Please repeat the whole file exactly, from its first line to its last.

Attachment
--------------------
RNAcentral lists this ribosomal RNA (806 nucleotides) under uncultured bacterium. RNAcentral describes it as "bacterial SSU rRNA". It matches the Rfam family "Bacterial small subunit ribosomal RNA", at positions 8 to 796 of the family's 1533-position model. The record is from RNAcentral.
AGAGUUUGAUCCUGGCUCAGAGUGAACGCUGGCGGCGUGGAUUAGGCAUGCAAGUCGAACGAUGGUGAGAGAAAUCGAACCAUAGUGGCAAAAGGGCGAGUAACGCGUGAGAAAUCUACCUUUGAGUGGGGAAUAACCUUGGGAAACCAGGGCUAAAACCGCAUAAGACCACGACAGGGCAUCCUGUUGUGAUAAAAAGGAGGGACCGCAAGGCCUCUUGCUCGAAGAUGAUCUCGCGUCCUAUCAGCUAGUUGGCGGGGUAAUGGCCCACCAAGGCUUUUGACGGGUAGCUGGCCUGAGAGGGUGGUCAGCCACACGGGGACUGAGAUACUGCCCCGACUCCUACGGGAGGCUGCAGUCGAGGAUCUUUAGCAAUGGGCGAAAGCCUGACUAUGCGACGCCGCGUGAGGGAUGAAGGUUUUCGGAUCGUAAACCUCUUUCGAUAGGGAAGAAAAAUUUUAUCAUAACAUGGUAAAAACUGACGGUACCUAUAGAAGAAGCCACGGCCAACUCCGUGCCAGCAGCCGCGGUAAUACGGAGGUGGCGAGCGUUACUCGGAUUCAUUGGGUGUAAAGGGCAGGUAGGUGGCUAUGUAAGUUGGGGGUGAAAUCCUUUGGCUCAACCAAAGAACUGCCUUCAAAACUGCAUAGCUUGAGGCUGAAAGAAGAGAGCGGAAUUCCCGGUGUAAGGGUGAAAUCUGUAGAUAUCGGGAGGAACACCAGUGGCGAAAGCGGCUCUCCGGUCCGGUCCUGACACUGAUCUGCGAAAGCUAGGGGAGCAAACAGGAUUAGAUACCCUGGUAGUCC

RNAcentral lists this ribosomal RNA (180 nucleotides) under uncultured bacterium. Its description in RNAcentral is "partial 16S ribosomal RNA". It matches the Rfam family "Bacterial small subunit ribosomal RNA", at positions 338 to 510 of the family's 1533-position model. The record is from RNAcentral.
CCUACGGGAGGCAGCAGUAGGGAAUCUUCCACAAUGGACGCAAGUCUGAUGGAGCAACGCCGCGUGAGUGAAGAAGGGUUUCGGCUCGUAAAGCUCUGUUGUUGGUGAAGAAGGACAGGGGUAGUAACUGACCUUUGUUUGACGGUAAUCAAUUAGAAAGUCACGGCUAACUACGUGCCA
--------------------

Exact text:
RNAcentral lists this ribosomal RNA (806 nucleotides) under uncultured bacterium. RNAcentral describes it as "bacterial SSU rRNA". It matches the Rfam family "Bacterial small subunit ribosomal RNA", at positions 8 to 796 of the family's 1533-position model. The record is from RNAcentral.
AGAGUUUGAUCCUGGCUCAGAGUGAACGCUGGCGGCGUGGAUUAGGCAUGCAAGUCGAACGAUGGUGAGAGAAAUCGAACCAUAGUGGCAAAAGGGCGAGUAACGCGUGAGAAAUCUACCUUUGAGUGGGGAAUAACCUUGGGAAACCAGGGCUAAAACCGCAUAAGACCACGACAGGGCAUCCUGUUGUGAUAAAAAGGAGGGACCGCAAGGCCUCUUGCUCGAAGAUGAUCUCGCGUCCUAUCAGCUAGUUGGCGGGGUAAUGGCCCACCAAGGCUUUUGACGGGUAGCUGGCCUGAGAGGGUGGUCAGCCACACGGGGACUGAGAUACUGCCCCGACUCCUACGGGAGGCUGCAGUCGAGGAUCUUUAGCAAUGGGCGAAAGCCUGACUAUGCGACGCCGCGUGAGGGAUGAAGGUUUUCGGAUCGUAAACCUCUUUCGAUAGGGAAGAAAAAUUUUAUCAUAACAUGGUAAAAACUGACGGUACCUAUAGAAGAAGCCACGGCCAACUCCGUGCCAGCAGCCGCGGUAAUACGGAGGUGGCGAGCGUUACUCGGAUUCAUUGGGUGUAAAGGGCAGGUAGGUGGCUAUGUAAGUUGGGGGUGAAAUCCUUUGGCUCAACCAAAGAACUGCCUUCAAAACUGCAUAGCUUGAGGCUGAAAGAAGAGAGCGGAAUUCCCGGUGUAAGGGUGAAAUCUGUAGAUAUCGGGAGGAACACCAGUGGCGAAAGCGGCUCUCCGGUCCGGUCCUGACACUGAUCUGCGAAAGCUAGGGGAGCAAACAGGAUUAGAUACCCUGGUAGUCC

RNAcentral lists this ribosomal RNA (180 nucleotides) under uncultured bacterium. Its description in RNAcentral is "partial 16S ribosomal RNA". It matches the Rfam family "Bacterial small subunit ribosomal RNA", at positions 338 to 510 of the family's 1533-position model. The record is from RNAcentral.
CCUACGGGAGGCAGCAGUAGGGAAUCUUCCACAAUGGACGCAAGUCUGAUGGAGCAACGCCGCGUGAGUGAAGAAGGGUUUCGGCUCGUAAAGCUCUGUUGUUGGUGAAGAAGGACAGGGGUAGUAACUGACCUUUGUUUGACGGUAAUCAAUUAGAAAGUCACGGCUAACUACGUGCCA